The mission: Put a rat in space. For 10 years, Congo’s best-known rocket expert has been launching projectiles from yam farms here near the village of Menkao. His ground-control center, a corrugated-metal shed with a weather vane, contains a row of aging 11-inch televisions and desktop computers with floppy drives.

There are relics of past flights, like the Ovaltine can in which a local rat nearly became the first Congolese animal to touch the stratosphere. None of five craft engineered by the rocketeer, 45-year-old Jean-Patrice Keka, have reached space from the launch zone he built with his own money, two hours by dirt road from the capital of Kinshasa.

But Mr. Keka’s next creation, Troposphere VI, is more advanced. He designed the three-stage-engine rocket, nicknaming it Soso Pembe or “white rooster,” to power 120 miles up, 60 miles beyond what is considered the inner boundary of outer space. There will be passengers aboard the spaceship, six years in the making, when he launches it next year: “A few mosquitoes, a few flies,” he says, and another rat. Click here. (10/30)

Traces of Enormous Solar Storms in the Ice of Greenland and Antarctica (Source: Lund University)
Solar storms and the particles they release result in spectacular phenomena such as auroras, but they can also pose a serious risk to our society. In extreme cases they have caused major power outages, and they could also lead to breakdowns of satellites and communication systems.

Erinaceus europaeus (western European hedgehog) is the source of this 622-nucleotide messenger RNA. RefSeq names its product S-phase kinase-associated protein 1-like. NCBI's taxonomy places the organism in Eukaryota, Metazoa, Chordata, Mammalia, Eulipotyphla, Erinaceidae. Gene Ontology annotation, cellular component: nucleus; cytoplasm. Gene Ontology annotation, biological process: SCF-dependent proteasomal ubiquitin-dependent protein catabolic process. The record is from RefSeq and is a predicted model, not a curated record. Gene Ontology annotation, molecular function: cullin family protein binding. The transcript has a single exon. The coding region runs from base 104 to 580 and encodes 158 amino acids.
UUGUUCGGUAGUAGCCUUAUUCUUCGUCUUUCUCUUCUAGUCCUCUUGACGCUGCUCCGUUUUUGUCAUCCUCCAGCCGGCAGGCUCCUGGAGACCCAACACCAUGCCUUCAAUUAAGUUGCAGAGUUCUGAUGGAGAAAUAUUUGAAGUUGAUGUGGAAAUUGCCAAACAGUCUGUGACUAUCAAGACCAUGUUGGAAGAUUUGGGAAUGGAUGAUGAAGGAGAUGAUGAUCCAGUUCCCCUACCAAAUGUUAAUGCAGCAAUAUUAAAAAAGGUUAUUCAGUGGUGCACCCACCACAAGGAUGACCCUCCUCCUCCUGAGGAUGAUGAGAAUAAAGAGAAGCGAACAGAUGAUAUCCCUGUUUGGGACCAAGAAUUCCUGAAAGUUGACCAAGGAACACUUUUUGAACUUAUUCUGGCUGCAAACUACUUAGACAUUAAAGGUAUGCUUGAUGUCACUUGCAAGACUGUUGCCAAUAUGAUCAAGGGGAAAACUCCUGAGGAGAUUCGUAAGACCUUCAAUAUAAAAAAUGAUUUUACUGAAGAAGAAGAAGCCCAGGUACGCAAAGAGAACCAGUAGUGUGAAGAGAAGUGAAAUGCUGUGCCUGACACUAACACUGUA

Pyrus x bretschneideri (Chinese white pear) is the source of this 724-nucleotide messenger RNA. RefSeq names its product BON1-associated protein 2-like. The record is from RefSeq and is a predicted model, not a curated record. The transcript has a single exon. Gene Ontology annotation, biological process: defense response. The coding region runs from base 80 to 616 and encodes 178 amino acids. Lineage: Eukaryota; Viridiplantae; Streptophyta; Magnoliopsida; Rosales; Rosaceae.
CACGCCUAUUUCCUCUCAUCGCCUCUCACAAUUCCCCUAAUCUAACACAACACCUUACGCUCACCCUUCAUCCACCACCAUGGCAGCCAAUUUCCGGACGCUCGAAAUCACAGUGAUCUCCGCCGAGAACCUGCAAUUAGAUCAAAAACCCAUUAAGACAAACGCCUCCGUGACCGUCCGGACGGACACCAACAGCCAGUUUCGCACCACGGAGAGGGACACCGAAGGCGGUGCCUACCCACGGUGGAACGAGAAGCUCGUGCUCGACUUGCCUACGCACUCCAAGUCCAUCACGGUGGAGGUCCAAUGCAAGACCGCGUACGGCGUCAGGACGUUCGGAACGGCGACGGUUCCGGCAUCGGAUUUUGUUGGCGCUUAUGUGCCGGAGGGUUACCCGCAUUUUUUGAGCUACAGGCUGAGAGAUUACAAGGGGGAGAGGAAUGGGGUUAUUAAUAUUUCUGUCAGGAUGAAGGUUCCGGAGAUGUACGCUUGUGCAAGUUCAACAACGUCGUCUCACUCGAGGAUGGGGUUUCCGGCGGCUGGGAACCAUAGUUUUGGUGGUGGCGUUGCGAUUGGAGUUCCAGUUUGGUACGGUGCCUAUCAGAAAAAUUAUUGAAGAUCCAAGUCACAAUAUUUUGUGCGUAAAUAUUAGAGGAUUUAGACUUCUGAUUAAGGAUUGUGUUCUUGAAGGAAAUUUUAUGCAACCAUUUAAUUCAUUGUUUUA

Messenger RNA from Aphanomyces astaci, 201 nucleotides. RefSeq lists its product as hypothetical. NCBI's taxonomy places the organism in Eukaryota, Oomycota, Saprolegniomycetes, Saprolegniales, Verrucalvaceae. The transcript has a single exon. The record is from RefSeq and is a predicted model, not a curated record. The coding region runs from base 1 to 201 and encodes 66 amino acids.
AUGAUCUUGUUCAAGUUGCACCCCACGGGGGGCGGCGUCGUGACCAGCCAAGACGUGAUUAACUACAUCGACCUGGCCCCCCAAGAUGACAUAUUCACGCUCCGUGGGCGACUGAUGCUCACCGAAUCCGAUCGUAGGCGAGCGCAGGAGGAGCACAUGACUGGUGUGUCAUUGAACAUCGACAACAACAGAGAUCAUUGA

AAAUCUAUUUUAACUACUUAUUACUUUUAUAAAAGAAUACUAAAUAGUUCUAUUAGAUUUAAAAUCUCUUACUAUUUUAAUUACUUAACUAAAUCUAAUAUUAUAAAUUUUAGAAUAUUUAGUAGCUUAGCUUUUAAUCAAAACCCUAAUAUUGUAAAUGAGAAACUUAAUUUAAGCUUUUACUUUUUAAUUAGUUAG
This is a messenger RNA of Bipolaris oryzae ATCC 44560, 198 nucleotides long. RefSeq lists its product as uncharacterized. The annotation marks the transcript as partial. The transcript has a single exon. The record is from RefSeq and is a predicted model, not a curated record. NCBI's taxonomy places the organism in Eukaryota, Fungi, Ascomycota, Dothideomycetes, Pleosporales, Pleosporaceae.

According to a study published today in Nature Communications, solar storms could be much more powerful than previously assumed. Researchers at Lund University in Sweden have now confirmed that Earth was hit by two extreme solar storms more than 1000 years ago. “If such enormous solar storms would hit Earth today, they could have devastating effects on our power supply, satellites and communication systems”, says Raimund Muscheler at the Department of Geology, Lund University.

A team of researchers have been looking for traces of solar storms in ice cores from Greenland and Antarctica. Everywhere on Earth you can find traces of cosmic rays from the Galaxy and the sun, such as low levels of radioactive carbon. A few years ago researchers found traces of a rapid increase of radioactive carbon in tree rings from the periods AD 774/775 and AD 993/994. The cause for these increases was, however, debated. (10/26)